Vichich recommends starting small: Bring in two sales reps who can learn from the founder and through osmosis until they’re able to sell the product repeatedly. From there, hire a VP of sales whose job it is to replicate what made the initial sales reps successful. 

#4 They leveraged this one simple GTM strategy: “The Cadence”

Vichich credits a go-to-market strategy dubbed “The Cadence” for accelerating Wisely’s brand and growth. Here’s how it works: 

Rather than having each function of a SaaS startup (sales, finance, product, and marketing) run on a 3-month sequential basis, Vichich’s teams ran on a quarterly cycle. These cycles were offset by 45 days, with product/engineering and marketing on one calendar, and sales and finance on the other. Together, these calendars provide a single operating cadence.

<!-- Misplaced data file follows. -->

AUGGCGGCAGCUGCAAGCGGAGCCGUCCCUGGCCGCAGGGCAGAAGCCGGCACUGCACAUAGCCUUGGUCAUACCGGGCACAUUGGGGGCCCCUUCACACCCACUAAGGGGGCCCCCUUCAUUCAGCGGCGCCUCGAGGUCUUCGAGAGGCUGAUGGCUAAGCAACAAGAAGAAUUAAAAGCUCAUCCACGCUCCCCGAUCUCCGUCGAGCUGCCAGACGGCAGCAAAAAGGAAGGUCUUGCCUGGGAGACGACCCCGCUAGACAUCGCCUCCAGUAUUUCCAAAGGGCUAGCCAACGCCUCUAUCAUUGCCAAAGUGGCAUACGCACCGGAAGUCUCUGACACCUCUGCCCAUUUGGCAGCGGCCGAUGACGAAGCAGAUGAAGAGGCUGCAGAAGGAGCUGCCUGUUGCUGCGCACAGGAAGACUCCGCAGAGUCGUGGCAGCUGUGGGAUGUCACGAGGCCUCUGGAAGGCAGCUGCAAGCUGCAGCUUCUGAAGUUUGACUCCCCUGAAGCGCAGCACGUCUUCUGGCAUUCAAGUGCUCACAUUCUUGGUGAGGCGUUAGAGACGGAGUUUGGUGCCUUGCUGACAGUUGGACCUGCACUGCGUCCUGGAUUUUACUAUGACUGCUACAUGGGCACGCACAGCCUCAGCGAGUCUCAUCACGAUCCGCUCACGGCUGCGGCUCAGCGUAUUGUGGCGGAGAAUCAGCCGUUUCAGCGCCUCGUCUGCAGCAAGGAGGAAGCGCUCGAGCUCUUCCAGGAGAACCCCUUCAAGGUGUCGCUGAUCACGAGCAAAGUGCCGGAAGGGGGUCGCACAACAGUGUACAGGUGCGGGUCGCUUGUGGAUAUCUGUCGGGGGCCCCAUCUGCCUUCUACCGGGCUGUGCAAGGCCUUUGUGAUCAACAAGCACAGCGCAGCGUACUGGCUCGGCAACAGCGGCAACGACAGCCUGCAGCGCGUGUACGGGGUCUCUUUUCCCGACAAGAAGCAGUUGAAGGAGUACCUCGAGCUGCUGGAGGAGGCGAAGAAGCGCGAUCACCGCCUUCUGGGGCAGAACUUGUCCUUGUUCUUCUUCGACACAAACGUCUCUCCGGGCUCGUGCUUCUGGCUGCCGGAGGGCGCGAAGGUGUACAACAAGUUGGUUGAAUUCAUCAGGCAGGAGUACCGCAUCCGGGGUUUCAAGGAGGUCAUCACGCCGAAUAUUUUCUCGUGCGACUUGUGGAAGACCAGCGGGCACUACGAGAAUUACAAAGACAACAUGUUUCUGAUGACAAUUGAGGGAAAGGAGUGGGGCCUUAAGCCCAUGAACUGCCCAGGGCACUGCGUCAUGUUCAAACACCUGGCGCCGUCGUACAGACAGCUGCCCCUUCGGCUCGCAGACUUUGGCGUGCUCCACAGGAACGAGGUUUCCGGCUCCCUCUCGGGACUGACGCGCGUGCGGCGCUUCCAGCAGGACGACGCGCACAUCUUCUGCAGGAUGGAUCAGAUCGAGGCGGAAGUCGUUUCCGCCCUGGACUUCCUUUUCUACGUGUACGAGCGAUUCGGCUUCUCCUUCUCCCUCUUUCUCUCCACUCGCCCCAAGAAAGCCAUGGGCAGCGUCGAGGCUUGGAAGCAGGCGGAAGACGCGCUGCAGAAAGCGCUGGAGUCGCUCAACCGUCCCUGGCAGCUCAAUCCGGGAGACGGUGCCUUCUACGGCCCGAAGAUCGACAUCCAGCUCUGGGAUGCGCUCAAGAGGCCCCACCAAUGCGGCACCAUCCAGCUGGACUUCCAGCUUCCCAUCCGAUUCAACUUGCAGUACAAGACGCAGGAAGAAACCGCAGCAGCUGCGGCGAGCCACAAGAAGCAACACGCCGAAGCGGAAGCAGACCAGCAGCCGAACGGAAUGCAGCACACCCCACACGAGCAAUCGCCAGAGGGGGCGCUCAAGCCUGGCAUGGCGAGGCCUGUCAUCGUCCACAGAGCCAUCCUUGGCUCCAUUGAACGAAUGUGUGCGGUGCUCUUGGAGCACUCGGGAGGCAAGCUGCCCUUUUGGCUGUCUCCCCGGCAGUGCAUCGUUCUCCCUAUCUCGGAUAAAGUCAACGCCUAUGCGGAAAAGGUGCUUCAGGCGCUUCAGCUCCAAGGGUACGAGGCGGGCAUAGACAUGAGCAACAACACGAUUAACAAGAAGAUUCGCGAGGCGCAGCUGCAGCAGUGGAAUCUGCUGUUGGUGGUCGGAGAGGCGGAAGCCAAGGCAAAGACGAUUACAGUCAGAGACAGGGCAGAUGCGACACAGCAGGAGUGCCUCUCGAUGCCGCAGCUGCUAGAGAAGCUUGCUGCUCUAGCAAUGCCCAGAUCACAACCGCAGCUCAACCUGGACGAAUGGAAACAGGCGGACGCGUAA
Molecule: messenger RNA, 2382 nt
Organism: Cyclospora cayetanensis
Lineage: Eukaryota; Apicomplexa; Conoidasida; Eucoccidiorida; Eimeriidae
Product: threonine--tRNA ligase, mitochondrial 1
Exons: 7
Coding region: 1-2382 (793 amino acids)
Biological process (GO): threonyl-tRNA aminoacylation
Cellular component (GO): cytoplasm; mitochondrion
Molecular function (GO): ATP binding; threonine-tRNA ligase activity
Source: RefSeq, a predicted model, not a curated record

At Wisely, product and engineering was focused on shipping a quarterly roadmap that culminated in a release and demo event for customers and prospects. After a marathon sprint, the engineering team had some time to decompress. 

After the release, the organization worked together to close deals in the pipeline, with every leader supporting a deal, so that Wisely could hit their sales numbers. When the team wasn’t closing deals, sales reps could reach out to prospects about the release event and engage their network in an organic, non-salesy way. Each department was collaborating and supporting each other’s efforts, and celebrating major company milestones together every 45 days. This catapulted Wisely from an unknown startup to a strong brand that shipped new releases often.